A highly dangerous concentration of beetles in the Sun Pass area of the Rogue River National Forest a mile or so from the southeast corner of the Park. still continues as an aggressive epidemic and is a menace to the park in that at any time a migration of beetles back into the park may take place. It is hoped that this infestation can be completely cleaned up next spring.
Keen went on to describe control work during the spring of 1933:
The maintenance program for 1933 called for the treatment of about 5,000 trees at a cost of $4,000. This program was started early in June when spotting crews were placed in the field to mark the infested trees and some treatment at the lower elevations was started by the regular experienced control crews.
Then two of the Emergency Conservation Work camps were established in the Park, one on Anna Creek and the other on Sand Creek and the beetle control work made an important part of their activity. For a time as many as 200 men from the CCC camps were employed in the beetle control work. As a consequence a large area of the Park was thoroughly combed for infestation and a complete clean up secured. Even so only 7,026 infested trees of which 5,794 were lodge pole were found on the 30,750 acres covered. . . .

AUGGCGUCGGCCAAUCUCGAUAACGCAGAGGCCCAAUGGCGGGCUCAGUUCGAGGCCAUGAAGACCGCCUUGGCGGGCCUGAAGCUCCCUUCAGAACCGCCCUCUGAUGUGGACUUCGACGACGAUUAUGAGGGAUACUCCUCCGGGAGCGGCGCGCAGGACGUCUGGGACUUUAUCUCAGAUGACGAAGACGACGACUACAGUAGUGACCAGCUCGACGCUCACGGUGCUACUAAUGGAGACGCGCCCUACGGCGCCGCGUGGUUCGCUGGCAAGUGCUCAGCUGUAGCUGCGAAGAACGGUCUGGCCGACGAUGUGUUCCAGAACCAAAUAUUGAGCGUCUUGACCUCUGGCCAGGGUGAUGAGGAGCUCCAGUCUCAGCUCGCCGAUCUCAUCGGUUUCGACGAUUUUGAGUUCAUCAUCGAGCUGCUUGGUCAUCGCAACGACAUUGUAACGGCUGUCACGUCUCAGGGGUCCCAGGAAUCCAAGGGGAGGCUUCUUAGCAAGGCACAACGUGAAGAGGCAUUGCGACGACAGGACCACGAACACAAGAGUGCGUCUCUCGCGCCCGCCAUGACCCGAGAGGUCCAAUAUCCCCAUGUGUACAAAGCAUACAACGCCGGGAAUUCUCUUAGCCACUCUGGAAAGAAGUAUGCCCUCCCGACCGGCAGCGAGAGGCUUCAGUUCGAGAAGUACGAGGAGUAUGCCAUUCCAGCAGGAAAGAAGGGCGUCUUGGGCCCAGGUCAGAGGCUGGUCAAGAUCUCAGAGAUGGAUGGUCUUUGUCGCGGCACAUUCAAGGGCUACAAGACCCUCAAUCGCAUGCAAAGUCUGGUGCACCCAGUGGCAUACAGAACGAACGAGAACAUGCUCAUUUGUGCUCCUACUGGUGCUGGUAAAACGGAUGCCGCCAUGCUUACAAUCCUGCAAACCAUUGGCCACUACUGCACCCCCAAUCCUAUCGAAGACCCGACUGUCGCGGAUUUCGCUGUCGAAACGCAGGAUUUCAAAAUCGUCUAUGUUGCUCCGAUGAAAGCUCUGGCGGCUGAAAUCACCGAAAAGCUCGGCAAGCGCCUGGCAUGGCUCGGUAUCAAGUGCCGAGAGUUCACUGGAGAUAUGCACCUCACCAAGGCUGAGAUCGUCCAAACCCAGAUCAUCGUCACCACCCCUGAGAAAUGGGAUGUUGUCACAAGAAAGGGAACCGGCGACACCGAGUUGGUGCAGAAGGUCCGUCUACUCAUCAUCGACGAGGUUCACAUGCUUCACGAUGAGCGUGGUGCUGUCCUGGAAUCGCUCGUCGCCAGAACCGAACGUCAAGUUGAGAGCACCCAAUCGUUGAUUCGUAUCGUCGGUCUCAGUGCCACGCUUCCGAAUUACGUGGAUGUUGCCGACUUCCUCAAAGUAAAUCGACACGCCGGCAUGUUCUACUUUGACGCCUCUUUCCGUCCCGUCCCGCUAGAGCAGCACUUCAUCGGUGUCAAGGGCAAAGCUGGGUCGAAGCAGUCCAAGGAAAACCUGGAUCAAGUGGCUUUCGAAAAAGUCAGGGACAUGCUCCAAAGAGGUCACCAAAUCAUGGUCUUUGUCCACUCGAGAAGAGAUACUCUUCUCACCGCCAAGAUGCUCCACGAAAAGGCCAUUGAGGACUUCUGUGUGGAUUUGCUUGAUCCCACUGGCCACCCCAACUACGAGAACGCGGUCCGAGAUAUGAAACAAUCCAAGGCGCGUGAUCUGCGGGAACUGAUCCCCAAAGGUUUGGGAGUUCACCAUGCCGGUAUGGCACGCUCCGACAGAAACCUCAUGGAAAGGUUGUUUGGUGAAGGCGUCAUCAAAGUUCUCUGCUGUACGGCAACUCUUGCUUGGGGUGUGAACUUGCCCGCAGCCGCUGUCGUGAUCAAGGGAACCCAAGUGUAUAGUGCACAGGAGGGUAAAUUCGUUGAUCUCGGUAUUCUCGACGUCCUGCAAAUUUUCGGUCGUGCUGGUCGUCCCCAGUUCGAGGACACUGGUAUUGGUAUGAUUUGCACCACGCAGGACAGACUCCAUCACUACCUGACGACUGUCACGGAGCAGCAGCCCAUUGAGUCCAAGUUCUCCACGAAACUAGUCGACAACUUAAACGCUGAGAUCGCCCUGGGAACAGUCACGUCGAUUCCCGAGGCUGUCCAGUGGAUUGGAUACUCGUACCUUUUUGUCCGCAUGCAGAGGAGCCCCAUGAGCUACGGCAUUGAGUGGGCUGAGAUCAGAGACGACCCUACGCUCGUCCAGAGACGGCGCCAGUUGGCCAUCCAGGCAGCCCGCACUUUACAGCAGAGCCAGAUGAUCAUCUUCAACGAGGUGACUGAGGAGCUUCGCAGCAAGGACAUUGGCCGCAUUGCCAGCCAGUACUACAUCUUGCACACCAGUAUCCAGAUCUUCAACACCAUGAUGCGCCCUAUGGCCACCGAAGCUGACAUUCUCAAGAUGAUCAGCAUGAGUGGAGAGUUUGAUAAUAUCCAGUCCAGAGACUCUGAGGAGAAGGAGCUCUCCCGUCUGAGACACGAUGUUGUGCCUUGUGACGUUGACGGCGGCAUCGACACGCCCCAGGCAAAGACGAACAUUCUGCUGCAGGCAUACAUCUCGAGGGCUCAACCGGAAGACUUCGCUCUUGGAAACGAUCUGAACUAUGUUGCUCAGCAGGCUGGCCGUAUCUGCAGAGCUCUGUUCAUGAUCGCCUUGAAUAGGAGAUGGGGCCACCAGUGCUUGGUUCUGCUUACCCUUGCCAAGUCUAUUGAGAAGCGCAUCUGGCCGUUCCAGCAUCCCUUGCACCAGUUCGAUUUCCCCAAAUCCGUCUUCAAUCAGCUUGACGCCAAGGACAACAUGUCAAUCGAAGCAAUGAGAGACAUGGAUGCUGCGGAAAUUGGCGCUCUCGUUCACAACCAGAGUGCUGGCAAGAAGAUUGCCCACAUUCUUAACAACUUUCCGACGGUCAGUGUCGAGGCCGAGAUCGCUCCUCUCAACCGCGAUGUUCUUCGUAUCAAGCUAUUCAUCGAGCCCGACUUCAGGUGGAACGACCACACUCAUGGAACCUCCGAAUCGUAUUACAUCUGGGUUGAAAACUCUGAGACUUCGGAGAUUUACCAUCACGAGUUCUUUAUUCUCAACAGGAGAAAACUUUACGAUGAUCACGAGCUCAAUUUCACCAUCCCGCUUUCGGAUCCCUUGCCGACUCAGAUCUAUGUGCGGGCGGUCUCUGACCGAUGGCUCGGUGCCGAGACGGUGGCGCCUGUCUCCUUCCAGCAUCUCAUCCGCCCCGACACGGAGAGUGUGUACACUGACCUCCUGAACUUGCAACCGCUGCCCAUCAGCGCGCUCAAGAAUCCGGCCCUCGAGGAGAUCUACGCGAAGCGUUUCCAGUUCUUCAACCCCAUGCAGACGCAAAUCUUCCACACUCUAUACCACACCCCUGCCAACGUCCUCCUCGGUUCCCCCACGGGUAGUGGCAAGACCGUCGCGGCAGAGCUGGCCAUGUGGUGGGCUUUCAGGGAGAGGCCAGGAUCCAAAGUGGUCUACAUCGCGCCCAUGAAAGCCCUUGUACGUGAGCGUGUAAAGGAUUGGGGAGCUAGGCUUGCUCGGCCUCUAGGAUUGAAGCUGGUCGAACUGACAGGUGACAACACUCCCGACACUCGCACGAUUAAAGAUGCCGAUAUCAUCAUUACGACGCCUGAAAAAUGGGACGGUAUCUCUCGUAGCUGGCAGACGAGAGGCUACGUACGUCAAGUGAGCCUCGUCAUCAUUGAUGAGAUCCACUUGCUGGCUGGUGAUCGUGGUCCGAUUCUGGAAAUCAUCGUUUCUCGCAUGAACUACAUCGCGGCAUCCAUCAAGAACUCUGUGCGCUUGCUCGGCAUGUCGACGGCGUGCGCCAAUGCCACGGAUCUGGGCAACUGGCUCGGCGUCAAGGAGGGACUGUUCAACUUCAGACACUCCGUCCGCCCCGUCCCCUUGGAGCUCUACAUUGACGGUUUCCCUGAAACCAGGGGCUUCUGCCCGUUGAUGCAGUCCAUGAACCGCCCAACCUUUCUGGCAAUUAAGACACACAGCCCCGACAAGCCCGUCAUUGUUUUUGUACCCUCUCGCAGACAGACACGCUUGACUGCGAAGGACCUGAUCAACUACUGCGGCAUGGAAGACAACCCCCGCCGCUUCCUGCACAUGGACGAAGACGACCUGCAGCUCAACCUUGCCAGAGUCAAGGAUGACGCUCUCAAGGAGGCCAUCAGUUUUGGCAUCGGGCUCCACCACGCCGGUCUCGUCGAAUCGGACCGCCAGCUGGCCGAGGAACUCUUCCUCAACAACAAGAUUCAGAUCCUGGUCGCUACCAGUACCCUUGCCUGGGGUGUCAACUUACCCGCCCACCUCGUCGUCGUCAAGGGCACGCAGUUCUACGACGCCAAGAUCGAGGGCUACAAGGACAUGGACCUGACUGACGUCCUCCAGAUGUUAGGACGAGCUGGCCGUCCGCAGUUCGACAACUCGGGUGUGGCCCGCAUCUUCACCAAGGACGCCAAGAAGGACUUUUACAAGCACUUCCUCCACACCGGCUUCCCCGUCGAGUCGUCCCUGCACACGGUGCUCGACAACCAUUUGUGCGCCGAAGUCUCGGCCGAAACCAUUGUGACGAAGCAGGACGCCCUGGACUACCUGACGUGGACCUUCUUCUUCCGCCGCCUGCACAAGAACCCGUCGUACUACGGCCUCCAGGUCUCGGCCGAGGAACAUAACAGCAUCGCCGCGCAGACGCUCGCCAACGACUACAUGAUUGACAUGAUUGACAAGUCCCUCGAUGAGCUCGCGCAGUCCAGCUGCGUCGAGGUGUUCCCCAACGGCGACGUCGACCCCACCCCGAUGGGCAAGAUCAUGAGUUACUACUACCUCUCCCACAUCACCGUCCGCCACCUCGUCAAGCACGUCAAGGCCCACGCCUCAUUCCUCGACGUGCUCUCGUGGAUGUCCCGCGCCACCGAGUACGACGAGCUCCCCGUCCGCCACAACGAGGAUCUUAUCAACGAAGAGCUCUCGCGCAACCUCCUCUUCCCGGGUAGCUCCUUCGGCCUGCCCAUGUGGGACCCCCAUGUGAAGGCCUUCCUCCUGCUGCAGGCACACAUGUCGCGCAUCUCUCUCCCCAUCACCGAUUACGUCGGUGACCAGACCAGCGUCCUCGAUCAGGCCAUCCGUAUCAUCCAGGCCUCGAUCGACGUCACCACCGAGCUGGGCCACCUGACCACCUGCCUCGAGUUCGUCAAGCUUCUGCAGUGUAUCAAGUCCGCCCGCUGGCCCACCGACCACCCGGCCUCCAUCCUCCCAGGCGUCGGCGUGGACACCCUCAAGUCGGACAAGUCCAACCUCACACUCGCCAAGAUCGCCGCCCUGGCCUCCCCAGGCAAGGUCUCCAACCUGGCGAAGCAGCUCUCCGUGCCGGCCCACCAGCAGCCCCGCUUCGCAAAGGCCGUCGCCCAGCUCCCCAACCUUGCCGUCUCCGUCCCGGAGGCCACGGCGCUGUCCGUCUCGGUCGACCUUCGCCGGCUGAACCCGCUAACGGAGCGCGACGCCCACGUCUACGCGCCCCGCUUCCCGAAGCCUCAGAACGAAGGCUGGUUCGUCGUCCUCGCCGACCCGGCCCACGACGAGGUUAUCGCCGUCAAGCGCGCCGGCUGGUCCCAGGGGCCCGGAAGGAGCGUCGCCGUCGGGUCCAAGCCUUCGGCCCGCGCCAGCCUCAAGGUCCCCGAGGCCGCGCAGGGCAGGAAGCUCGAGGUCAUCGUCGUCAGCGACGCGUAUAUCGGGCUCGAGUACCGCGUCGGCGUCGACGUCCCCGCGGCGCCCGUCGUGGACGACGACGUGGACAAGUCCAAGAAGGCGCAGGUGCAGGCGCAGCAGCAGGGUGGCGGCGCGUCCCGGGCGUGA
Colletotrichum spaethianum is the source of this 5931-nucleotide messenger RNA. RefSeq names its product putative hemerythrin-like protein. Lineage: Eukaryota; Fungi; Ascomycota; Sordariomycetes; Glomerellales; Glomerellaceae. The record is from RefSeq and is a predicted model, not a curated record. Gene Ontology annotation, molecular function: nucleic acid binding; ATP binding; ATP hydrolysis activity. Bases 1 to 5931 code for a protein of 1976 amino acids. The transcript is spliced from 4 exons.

In 1936 it was evident that white pine blister rust was rapidly approaching the park. It was determined that protection of the Cloudcap area and its homogeneous stand of whitebark pine was imperative. Accordingly the Cloudcap Blister Rust Control Unit was established as a cooperative venture with the Bureau of Entomology and Plant Quarantine of the U.S. Department of Agriculture in 1937. Within three years more than 133,600 alternate host plants (Ribes sp.) were eradicated in a control unit of 3,632 acres.